Introduction to Joshua’s Path


As with many others, I owe significant gratitude to Dalrock, for his efforts in maintaining his blog for close to a decade (https://dalrock.wordpress.com/). His decision in January 2020 to close his site has pushed me to finally start my own.

What is the purpose of this site? Below I’ll briefly discuss the following topics, that will explain the community I hope we will create.

– Community

– Discussion of problems within our local communities

– Offer advice and suggestions


God created us as beings that need community.

Genesis 2:18 – Then the Lord God said, “It is not good that the man should be alone; I will make him a helper fit for him.”

Hebrews 10:24-25 – 24 And let us consider how to stir up one another to love and good works, 25 not neglecting to meet together, as is the habit of some, but encouraging one another, and all the more as you see the Day drawing near.

Christian men need the opportunity to meet together, discuss issues that concern them, correct and exhort one another, and to connect in community. Due to problems with the typical church in Western culture, some Christian men feel unable to make this connection locally. Those who are introverts likely feel a keener need to be able to give thoughtful arguments and comments — the type of communication for which a blog can be an ideal channel.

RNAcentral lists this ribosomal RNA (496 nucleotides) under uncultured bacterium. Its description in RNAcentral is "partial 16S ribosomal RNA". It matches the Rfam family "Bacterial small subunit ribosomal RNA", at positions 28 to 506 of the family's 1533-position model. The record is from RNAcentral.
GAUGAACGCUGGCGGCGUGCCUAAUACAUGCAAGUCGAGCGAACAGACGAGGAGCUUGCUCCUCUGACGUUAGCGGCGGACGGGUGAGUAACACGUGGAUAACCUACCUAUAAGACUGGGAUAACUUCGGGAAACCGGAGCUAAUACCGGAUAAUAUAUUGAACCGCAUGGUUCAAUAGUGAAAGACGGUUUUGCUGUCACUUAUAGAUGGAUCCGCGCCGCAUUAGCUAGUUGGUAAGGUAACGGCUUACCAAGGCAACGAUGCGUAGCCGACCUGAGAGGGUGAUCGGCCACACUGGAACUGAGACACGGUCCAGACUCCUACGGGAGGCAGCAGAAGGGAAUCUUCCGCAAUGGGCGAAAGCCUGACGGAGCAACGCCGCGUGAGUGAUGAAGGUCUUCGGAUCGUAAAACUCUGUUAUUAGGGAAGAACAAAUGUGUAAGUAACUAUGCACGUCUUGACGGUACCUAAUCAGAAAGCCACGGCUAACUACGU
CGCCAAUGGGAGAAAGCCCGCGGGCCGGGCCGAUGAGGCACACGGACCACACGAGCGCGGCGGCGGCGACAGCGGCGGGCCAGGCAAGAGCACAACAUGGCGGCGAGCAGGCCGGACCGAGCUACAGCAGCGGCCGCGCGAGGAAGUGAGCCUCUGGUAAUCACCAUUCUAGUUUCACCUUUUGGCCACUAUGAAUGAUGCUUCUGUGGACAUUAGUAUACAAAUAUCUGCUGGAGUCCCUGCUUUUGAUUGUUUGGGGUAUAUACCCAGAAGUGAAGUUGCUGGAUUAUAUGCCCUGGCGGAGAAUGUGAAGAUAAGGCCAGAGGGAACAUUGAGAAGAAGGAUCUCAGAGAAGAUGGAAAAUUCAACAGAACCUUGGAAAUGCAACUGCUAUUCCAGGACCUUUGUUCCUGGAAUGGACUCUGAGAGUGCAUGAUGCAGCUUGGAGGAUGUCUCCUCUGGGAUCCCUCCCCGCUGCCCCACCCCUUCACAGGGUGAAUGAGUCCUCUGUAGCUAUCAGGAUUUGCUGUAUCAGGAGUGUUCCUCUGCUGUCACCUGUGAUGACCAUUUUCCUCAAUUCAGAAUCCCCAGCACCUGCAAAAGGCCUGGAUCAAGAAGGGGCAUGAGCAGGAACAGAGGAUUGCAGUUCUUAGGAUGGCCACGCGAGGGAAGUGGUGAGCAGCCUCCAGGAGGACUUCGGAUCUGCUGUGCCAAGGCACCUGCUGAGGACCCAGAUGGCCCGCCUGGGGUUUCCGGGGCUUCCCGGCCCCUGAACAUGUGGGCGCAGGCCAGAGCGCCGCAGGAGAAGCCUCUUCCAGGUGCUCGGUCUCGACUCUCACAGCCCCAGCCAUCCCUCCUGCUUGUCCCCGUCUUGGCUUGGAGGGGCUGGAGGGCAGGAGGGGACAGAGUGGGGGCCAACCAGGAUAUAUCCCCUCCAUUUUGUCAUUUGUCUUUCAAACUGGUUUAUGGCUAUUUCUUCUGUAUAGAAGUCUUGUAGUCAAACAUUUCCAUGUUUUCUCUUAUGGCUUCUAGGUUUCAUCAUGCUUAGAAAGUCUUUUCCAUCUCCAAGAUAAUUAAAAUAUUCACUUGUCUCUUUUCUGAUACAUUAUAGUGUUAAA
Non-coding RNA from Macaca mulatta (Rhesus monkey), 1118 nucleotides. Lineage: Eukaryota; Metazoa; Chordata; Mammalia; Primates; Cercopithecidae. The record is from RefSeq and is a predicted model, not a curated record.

In some ways, a connection “in real life” is far superior. Our friend who sees us and has known us for years is far more able to challenge us on areas where we need growth or in areas where we are being self-destructive or self-limiting. I can easily hide my struggles from my “virtual” friends on-line. I hope to enable readers here a chance to meet up with other readers who live nearby, should they so choose.

In some ways however, a virtual space such as this one can be very valuable. Those men who lack close friends from their local community are far better off to have community with a group of men here, than not at all. I appreciate the chance to have others give me information and challenge my views — it is not necessary for this to be done in person.

An anonymous, virtual forum also allows a man to give critics and views that are politically incorrect or contrary, with an ability to focus on giving and receiving correction, rather than on social consequences.

Discussion of problems within our local communities